Anyway, I want references and citations, specifically among peer reviewed literature.
Are you asking us to do your research for you? Or are you legitimately looking for information?
You won’t find much written on it - no books dedicated on the subject - because, you know, it wasn’t written about in antiquity. That whole sticking point about heka and whatnot.
"Uncreation" is a pretty bold word to use for isfet though. A better single-word definition is "wrongness." This wrongness can operate on many different levels, so might include uncreation (particularly in the form of the breaking down of societal bonds and the losses brought on by calamity.)
To the OP, I would recommend Karenga’s “Maat, the Moral Ideal in Ancient Egypt.” It is a philosophical treatment, but very thorough and well done, including citations and references to a staggering number of Egyptological works.
It’s my understanding that equating isfet to uncreation is largely a KO thing. Though, like many things that stem from KO, I have no clue where on earth it came from.
Currently, I only know of Karenga’s book, which BBJ mentioned above, that goes into any depth regarding ma’at (and hopefully isfet as well).
Although I have heard that uncreation might be a bit strong for the word, I still prefer to use it, because I personally don’t like throwing around the word isfet at every little thing- which I’ve seen happen in some circles. So I really try to reserve it for stuff that is srsly bad news.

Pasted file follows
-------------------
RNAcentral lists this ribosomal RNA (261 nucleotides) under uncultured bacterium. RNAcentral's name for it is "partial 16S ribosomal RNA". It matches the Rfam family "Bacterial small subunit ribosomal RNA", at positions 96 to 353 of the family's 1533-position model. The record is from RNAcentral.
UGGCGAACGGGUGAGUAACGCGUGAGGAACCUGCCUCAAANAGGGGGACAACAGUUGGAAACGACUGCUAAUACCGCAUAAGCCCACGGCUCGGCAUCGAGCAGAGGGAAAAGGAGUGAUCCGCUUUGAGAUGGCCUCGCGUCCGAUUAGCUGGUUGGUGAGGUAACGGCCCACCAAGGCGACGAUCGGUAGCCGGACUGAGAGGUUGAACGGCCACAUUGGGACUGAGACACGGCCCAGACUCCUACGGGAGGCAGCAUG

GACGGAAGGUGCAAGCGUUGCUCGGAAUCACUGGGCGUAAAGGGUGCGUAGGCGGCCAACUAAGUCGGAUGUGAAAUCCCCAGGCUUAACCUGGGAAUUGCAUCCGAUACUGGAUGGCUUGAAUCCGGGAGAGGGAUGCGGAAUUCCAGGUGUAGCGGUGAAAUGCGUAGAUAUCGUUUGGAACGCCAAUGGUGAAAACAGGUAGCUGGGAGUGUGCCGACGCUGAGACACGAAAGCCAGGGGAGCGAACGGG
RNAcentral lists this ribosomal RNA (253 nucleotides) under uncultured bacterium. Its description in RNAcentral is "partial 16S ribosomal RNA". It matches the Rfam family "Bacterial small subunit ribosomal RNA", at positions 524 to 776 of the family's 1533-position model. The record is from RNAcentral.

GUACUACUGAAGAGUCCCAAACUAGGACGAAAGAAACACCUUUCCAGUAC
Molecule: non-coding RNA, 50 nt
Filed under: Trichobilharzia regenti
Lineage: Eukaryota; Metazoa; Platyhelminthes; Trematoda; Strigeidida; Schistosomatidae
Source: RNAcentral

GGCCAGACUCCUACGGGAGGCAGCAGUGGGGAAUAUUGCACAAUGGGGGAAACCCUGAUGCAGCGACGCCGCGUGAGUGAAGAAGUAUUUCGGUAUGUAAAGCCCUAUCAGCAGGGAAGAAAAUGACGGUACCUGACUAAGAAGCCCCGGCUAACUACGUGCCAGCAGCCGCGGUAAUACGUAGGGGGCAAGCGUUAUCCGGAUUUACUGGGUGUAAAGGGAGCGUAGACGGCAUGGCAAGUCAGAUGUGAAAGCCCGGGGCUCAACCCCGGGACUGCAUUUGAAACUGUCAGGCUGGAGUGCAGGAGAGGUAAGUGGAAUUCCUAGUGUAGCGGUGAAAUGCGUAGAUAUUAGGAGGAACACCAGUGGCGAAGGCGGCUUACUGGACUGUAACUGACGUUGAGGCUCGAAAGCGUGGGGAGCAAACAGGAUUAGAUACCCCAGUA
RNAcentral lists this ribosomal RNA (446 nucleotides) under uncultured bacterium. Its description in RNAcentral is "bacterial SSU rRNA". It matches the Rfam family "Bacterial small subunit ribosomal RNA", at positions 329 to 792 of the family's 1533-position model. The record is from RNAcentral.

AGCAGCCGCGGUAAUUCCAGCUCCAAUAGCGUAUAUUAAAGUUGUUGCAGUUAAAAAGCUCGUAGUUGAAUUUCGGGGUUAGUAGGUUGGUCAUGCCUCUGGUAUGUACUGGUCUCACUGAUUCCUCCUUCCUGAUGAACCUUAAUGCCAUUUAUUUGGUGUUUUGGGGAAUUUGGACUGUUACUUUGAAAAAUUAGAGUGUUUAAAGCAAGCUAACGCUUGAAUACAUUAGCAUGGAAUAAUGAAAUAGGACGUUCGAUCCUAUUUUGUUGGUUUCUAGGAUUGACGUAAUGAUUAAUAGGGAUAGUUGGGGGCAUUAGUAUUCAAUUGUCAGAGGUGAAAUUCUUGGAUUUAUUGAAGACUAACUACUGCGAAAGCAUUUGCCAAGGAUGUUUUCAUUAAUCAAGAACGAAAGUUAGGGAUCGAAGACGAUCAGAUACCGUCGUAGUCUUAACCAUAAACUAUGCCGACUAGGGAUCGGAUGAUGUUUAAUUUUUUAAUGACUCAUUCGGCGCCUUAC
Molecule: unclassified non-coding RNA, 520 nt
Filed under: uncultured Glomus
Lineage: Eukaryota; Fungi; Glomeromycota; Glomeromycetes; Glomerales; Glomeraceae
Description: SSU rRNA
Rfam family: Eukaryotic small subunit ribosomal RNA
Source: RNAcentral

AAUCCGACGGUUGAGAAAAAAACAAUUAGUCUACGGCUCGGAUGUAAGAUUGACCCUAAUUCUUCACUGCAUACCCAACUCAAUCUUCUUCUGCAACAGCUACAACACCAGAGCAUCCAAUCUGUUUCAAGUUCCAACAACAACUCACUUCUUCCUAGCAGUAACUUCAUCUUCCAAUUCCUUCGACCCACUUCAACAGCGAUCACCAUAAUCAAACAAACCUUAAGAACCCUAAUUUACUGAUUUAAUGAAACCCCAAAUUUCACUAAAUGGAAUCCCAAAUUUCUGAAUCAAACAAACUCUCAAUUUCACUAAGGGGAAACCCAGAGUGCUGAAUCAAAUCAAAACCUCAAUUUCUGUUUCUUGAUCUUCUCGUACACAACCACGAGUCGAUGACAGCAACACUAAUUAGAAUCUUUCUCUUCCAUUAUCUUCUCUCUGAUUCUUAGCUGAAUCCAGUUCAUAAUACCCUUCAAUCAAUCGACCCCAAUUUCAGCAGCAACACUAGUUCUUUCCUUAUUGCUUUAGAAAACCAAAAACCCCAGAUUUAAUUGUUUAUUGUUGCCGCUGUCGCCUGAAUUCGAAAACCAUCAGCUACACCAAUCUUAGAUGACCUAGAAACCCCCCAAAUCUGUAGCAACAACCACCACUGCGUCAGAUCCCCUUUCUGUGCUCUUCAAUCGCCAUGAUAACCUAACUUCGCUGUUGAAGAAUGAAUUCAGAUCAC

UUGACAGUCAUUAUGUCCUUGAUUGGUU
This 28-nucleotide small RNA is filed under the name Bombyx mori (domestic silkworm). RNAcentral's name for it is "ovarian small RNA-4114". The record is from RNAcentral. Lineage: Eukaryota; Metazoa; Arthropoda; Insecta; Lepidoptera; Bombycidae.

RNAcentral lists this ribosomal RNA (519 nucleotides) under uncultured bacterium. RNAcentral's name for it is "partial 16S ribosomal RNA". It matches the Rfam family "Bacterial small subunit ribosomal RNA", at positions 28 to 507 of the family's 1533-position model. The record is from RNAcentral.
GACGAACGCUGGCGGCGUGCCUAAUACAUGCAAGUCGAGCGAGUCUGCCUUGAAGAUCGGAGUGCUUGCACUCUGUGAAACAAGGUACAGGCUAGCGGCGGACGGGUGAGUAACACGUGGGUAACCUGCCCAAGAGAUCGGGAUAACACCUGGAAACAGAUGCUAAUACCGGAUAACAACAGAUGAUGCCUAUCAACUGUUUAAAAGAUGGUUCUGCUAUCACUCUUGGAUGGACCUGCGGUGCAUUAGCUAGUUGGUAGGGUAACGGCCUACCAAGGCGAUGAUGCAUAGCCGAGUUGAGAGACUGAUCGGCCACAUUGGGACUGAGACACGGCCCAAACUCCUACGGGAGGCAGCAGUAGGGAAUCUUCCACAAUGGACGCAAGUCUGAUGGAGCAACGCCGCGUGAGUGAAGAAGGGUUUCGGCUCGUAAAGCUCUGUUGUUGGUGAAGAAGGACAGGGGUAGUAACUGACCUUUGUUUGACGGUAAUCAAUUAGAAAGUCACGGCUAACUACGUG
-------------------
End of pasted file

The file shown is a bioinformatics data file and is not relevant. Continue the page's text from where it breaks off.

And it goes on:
But it’s likely a YMMV type thing.
Anonymous said: I keep seeing people talking about not being sure if a deity is interested in them, and it's kind of relevant to me as well. I'm thinking about getting divination done, but not sure what question to ask / how to word it. I have uh, several deities that I've invited into my life, should I ask about each of them separately, or...? I'm not sure how to go about this.
If i was going to divine an answer, I’d do separate pulls for separate entities. I don’t find most decks to be specific enough to be able to do an en masse spread.
But I also don’t do divination hahaaha.
As for wording of the question, idk, I’d probably try to figure out if xyz deity has a message for me, or do a spread to give details on the future of our relationship together, etc. Or I’d more or less be like “yo wtf is up with this god” and pull cards and hope to gods it makes sense.
Again, though, this is all going to depend on whether you need to know if they’re interested in you. And making sure you give it time before you jump to conclusions (time in the sense of months, maybe a year or so). And ofc, figuring out if you need to hear back from these deities in order to have a good religious practice, or to be able to establish a relationship with them. Not everyone is gonna have earth shattering experiences with the gods, not everyone is going to have long conversations with them. Whether you’re okay with that or not is going to likely dictate your future relationship with deities and with your religious practice.
But if you are wanting to try and use divination to find more answers, I’d definitely only ask about one deity/entity per spread/pull. Just keep in mind that divination is definitely not something I use much or claim to be very good at.